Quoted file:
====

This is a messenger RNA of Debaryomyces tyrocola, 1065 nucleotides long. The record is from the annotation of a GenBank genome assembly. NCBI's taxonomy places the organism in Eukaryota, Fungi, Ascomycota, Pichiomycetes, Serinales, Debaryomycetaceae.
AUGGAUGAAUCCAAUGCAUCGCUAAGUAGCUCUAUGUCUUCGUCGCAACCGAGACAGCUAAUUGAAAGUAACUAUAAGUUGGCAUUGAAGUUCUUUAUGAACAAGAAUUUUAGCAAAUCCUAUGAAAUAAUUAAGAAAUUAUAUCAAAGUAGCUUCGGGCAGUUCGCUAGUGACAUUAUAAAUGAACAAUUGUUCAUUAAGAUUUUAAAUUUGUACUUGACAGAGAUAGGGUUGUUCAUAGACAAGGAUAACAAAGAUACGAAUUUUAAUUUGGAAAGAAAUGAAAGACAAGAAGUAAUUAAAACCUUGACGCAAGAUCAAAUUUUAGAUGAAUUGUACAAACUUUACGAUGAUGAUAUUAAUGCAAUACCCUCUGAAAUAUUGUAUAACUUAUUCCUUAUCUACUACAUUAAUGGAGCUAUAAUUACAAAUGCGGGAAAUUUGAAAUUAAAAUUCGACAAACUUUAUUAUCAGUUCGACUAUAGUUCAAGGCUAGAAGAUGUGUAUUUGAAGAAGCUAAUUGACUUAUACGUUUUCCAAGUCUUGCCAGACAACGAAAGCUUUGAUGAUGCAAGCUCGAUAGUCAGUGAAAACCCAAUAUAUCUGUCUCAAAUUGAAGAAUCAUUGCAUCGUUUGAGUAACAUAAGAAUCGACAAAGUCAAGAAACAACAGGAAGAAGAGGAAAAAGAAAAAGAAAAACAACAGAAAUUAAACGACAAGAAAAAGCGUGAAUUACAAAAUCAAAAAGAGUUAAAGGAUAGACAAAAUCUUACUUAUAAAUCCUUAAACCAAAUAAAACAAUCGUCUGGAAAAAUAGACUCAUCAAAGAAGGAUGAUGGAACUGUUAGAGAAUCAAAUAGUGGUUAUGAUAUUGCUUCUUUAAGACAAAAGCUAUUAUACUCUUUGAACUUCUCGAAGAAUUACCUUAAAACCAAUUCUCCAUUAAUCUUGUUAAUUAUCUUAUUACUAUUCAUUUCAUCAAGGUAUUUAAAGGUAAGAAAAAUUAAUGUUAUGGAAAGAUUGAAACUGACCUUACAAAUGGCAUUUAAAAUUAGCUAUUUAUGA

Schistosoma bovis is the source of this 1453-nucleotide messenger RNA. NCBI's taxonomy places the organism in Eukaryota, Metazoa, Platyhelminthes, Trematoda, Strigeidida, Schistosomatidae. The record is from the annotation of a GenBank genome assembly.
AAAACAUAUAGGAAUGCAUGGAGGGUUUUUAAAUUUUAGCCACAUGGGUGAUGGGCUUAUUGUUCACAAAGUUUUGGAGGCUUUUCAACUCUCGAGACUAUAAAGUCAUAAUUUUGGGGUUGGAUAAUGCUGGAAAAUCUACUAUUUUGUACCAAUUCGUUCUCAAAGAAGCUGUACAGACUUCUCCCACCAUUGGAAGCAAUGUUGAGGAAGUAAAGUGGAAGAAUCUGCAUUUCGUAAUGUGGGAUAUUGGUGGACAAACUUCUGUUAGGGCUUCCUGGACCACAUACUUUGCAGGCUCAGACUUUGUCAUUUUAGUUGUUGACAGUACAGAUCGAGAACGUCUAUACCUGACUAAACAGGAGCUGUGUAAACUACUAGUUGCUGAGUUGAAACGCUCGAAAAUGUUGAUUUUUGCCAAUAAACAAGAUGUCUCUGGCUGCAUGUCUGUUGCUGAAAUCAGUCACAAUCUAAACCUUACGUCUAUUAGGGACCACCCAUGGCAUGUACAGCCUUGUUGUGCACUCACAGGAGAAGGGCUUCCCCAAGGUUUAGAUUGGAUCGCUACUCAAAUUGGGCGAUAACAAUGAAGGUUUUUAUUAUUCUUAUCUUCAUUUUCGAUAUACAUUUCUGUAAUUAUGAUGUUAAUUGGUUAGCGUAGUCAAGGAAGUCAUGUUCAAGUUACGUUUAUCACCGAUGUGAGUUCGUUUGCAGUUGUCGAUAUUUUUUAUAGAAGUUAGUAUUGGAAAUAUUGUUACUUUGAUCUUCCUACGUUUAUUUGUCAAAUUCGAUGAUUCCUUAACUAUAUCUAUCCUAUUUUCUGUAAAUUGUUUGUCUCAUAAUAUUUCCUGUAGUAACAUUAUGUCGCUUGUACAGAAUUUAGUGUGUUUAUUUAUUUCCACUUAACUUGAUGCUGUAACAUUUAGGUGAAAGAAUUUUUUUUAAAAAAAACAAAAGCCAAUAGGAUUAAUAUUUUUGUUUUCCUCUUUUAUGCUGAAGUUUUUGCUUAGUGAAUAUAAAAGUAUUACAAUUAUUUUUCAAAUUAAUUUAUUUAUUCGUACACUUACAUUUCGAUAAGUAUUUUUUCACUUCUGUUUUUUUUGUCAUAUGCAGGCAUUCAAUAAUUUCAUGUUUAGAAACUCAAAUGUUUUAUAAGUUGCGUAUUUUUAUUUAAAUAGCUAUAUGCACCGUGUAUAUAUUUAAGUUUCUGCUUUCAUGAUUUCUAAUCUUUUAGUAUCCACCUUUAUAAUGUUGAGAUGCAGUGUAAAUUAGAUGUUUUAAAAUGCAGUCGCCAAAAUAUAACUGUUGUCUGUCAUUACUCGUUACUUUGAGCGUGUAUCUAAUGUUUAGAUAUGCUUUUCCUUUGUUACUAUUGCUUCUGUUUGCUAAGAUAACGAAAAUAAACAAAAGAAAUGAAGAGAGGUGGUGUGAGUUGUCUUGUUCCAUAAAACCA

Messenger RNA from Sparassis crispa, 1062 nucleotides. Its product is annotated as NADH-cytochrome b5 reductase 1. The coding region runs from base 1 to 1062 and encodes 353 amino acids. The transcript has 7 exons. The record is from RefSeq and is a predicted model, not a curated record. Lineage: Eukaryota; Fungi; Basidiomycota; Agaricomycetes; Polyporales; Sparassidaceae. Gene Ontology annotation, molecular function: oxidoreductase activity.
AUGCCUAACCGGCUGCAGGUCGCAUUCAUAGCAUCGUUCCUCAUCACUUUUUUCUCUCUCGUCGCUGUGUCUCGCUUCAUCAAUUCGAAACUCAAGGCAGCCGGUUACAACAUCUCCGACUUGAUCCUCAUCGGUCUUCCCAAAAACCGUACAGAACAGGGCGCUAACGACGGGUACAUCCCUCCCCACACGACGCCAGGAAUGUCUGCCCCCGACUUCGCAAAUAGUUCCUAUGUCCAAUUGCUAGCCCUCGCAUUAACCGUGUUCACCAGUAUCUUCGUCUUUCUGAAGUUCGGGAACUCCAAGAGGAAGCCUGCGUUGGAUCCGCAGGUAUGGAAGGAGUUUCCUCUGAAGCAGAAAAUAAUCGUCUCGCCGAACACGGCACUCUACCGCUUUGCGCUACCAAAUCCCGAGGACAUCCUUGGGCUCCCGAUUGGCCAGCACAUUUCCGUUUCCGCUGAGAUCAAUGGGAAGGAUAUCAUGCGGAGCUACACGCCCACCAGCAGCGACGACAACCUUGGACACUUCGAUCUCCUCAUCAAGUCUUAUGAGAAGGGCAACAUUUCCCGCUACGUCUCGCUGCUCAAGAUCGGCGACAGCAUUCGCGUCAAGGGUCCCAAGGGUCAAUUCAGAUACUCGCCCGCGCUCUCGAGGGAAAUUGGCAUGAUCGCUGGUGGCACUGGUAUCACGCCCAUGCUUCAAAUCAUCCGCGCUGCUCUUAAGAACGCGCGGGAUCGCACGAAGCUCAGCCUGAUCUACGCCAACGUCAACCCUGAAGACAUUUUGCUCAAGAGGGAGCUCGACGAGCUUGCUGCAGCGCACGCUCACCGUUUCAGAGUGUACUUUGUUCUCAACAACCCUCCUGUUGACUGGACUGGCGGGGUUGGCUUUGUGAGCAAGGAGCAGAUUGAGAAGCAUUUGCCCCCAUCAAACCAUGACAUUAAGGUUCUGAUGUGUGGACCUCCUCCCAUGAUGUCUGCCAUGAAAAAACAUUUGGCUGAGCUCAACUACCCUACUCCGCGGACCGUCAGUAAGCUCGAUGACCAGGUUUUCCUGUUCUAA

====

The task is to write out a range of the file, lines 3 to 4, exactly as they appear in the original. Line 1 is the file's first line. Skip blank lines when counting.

Schistosoma bovis is the source of this 1453-nucleotide messenger RNA. NCBI's taxonomy places the organism in Eukaryota, Metazoa, Platyhelminthes, Trematoda, Strigeidida, Schistosomatidae. The record is from the annotation of a GenBank genome assembly.
AAAACAUAUAGGAAUGCAUGGAGGGUUUUUAAAUUUUAGCCACAUGGGUGAUGGGCUUAUUGUUCACAAAGUUUUGGAGGCUUUUCAACUCUCGAGACUAUAAAGUCAUAAUUUUGGGGUUGGAUAAUGCUGGAAAAUCUACUAUUUUGUACCAAUUCGUUCUCAAAGAAGCUGUACAGACUUCUCCCACCAUUGGAAGCAAUGUUGAGGAAGUAAAGUGGAAGAAUCUGCAUUUCGUAAUGUGGGAUAUUGGUGGACAAACUUCUGUUAGGGCUUCCUGGACCACAUACUUUGCAGGCUCAGACUUUGUCAUUUUAGUUGUUGACAGUACAGAUCGAGAACGUCUAUACCUGACUAAACAGGAGCUGUGUAAACUACUAGUUGCUGAGUUGAAACGCUCGAAAAUGUUGAUUUUUGCCAAUAAACAAGAUGUCUCUGGCUGCAUGUCUGUUGCUGAAAUCAGUCACAAUCUAAACCUUACGUCUAUUAGGGACCACCCAUGGCAUGUACAGCCUUGUUGUGCACUCACAGGAGAAGGGCUUCCCCAAGGUUUAGAUUGGAUCGCUACUCAAAUUGGGCGAUAACAAUGAAGGUUUUUAUUAUUCUUAUCUUCAUUUUCGAUAUACAUUUCUGUAAUUAUGAUGUUAAUUGGUUAGCGUAGUCAAGGAAGUCAUGUUCAAGUUACGUUUAUCACCGAUGUGAGUUCGUUUGCAGUUGUCGAUAUUUUUUAUAGAAGUUAGUAUUGGAAAUAUUGUUACUUUGAUCUUCCUACGUUUAUUUGUCAAAUUCGAUGAUUCCUUAACUAUAUCUAUCCUAUUUUCUGUAAAUUGUUUGUCUCAUAAUAUUUCCUGUAGUAACAUUAUGUCGCUUGUACAGAAUUUAGUGUGUUUAUUUAUUUCCACUUAACUUGAUGCUGUAACAUUUAGGUGAAAGAAUUUUUUUUAAAAAAAACAAAAGCCAAUAGGAUUAAUAUUUUUGUUUUCCUCUUUUAUGCUGAAGUUUUUGCUUAGUGAAUAUAAAAGUAUUACAAUUAUUUUUCAAAUUAAUUUAUUUAUUCGUACACUUACAUUUCGAUAAGUAUUUUUUCACUUCUGUUUUUUUUGUCAUAUGCAGGCAUUCAAUAAUUUCAUGUUUAGAAACUCAAAUGUUUUAUAAGUUGCGUAUUUUUAUUUAAAUAGCUAUAUGCACCGUGUAUAUAUUUAAGUUUCUGCUUUCAUGAUUUCUAAUCUUUUAGUAUCCACCUUUAUAAUGUUGAGAUGCAGUGUAAAUUAGAUGUUUUAAAAUGCAGUCGCCAAAAUAUAACUGUUGUCUGUCAUUACUCGUUACUUUGAGCGUGUAUCUAAUGUUUAGAUAUGCUUUUCCUUUGUUACUAUUGCUUCUGUUUGCUAAGAUAACGAAAAUAAACAAAAGAAAUGAAGAGAGGUGGUGUGAGUUGUCUUGUUCCAUAAAACCA